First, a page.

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(Referência obtida automaticamente do Web of Science, por meio da informação sobre o financiamento pela FAPESP e o número do processo correspondente, incluída na publicação pelos autores.)

TV viewing time is associated with increased all-cause mortality in Brazilian adults independent of physical activity

Texto completo
Autor(es):
Turi, B. C. [1] ; Monteiro, H. L. [2] ; Lemes, I. R. [3] ; Codogno, J. S. [4] ; Lynch, K. R. [1] ; Asahi Mesquita, C. A. [1] ; Fernandes, R. A. [4]
Número total de Autores: 7
Afiliação do(s) autor(es):
[1] Sao Paulo State Univ UNESP, Dept Phys Educ, Inst Biosci, Rio Claro - Brazil
[2] Sao Paulo State Univ UNESP, Dept Phys Educ, Fac Sci, Bauru - Brazil
[3] Sao Paulo State Univ UNESP, Dept Physiotherapy, Fac Sci & Technol, Presidente Prudente - Brazil
[4] Sao Paulo State Univ UNESP, Dept Phys Educ, Fac Sci & Technol, Presidente Prudente - Brazil
Número total de Afiliações: 4
Tipo de documento: Artigo Científico
Fonte: SCANDINAVIAN JOURNAL OF MEDICINE & SCIENCE IN SPORTS; v. 28, n. 2, p. 596-603, FEB 2018.
Citações Web of Science: 5
Resumo

The purpose of this study was to investigate the association between television (TV) viewing and all-cause mortality among Brazilian adults after 6years of follow-up. This longitudinal study started in 2010 in the city of Bauru, SP, Brazil, and involved 970 adults aged 50years. Mortality was reported by relatives and confirmed in medical records of the Brazilian National Health System. Physical activity (PA) and TV viewing were assessed by the Baecke questionnaire. Health status, sociodemographic and behavioral covariates were considered as potential confounders. After 6years of follow-up, 89 deaths were registered (9.2% {[}95% CI=7.4%-11%]). Type 2 diabetes mellitus was associated with higher risk of mortality (P-value=.012). Deaths correlated significantly with age (=.188; P-value=.001), overall PA score (=-.128; P-value=.001) and TV viewing (=.086; P-value=.007). Lower percentage of participants reported TV viewing time as often (16%) and very often (5.7%), but there was an association between higher TV viewing time (often and very often grouped together) and increased mortality after 6years of follow-up (P-value=.006). The higher TV viewing time was associated with a 44.7% increase in all-cause mortality (HR=1.447 {[}1.019-2.055]), independently of other potential confounders. In conclusion, the findings from this cohort study identified increased risk of mortality among adults with higher TV viewing time, independently of PA and other variables. (AU)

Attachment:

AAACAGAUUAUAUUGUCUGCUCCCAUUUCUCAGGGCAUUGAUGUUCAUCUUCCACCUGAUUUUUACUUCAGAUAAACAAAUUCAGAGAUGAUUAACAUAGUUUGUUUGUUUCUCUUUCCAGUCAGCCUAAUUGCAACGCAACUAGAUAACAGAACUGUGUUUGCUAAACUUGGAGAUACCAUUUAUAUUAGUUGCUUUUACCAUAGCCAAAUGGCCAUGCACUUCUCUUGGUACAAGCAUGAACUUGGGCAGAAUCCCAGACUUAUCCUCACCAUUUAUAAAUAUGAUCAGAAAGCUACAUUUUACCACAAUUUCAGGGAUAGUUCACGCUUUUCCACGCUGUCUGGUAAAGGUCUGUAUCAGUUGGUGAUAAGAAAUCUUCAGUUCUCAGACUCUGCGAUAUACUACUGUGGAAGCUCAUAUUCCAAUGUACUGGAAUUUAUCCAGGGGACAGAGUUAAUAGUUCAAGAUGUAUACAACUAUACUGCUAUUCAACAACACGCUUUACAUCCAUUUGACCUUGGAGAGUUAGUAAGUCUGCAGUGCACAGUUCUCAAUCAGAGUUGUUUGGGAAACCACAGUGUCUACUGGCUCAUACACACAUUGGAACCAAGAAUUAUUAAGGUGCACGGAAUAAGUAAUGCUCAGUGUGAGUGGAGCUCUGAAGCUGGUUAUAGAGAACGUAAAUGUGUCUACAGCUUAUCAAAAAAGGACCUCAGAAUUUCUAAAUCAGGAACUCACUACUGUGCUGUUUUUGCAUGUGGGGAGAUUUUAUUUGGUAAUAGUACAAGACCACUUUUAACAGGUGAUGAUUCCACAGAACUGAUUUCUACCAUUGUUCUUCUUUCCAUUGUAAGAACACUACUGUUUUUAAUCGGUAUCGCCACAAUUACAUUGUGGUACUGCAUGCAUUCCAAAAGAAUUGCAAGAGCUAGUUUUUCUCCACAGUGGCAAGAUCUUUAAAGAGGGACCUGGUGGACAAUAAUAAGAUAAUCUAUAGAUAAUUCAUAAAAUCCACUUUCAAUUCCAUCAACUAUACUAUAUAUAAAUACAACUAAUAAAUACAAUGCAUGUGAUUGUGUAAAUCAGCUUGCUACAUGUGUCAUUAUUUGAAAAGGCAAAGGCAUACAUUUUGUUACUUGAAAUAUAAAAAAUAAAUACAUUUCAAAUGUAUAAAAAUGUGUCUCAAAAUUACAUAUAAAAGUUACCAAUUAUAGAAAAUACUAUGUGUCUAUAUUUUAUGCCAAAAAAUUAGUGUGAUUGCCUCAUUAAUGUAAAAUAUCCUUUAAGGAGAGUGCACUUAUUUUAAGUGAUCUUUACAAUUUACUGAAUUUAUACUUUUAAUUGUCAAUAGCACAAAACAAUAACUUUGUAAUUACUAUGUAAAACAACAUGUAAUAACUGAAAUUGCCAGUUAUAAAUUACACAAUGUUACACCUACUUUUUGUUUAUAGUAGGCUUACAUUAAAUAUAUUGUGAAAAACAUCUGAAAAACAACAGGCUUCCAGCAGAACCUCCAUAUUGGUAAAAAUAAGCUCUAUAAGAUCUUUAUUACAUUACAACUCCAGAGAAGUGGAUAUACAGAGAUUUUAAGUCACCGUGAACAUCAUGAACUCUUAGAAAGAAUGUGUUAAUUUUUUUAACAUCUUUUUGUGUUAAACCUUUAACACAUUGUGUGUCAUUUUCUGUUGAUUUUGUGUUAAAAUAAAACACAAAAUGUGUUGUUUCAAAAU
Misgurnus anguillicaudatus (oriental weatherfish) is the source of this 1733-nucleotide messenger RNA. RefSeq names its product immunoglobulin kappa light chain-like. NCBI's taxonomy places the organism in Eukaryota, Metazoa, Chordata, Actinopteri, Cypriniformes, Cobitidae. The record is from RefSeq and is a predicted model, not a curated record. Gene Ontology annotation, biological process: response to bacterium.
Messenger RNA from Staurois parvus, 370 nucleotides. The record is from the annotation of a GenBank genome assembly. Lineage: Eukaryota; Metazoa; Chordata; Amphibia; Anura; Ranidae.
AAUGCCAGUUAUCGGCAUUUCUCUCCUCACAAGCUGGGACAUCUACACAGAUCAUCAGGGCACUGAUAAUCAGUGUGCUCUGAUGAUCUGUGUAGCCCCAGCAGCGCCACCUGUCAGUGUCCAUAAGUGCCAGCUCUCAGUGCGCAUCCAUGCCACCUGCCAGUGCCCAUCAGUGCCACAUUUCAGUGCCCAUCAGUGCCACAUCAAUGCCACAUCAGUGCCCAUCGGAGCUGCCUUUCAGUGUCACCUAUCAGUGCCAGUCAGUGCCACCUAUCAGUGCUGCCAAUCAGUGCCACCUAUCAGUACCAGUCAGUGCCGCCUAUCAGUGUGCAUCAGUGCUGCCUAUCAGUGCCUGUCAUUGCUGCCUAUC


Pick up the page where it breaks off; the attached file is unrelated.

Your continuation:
Processo FAPESP: 15/17777-3 - Atividade física habitual, fatores de risco para síndrome metabólica e gastos institucionais por demanda de usuários do sistema público de saúde: estudo de coorte de 8 anos
Beneficiário:Ítalo Ribeiro Lemes
Linha de fomento: Bolsas no Brasil - Doutorado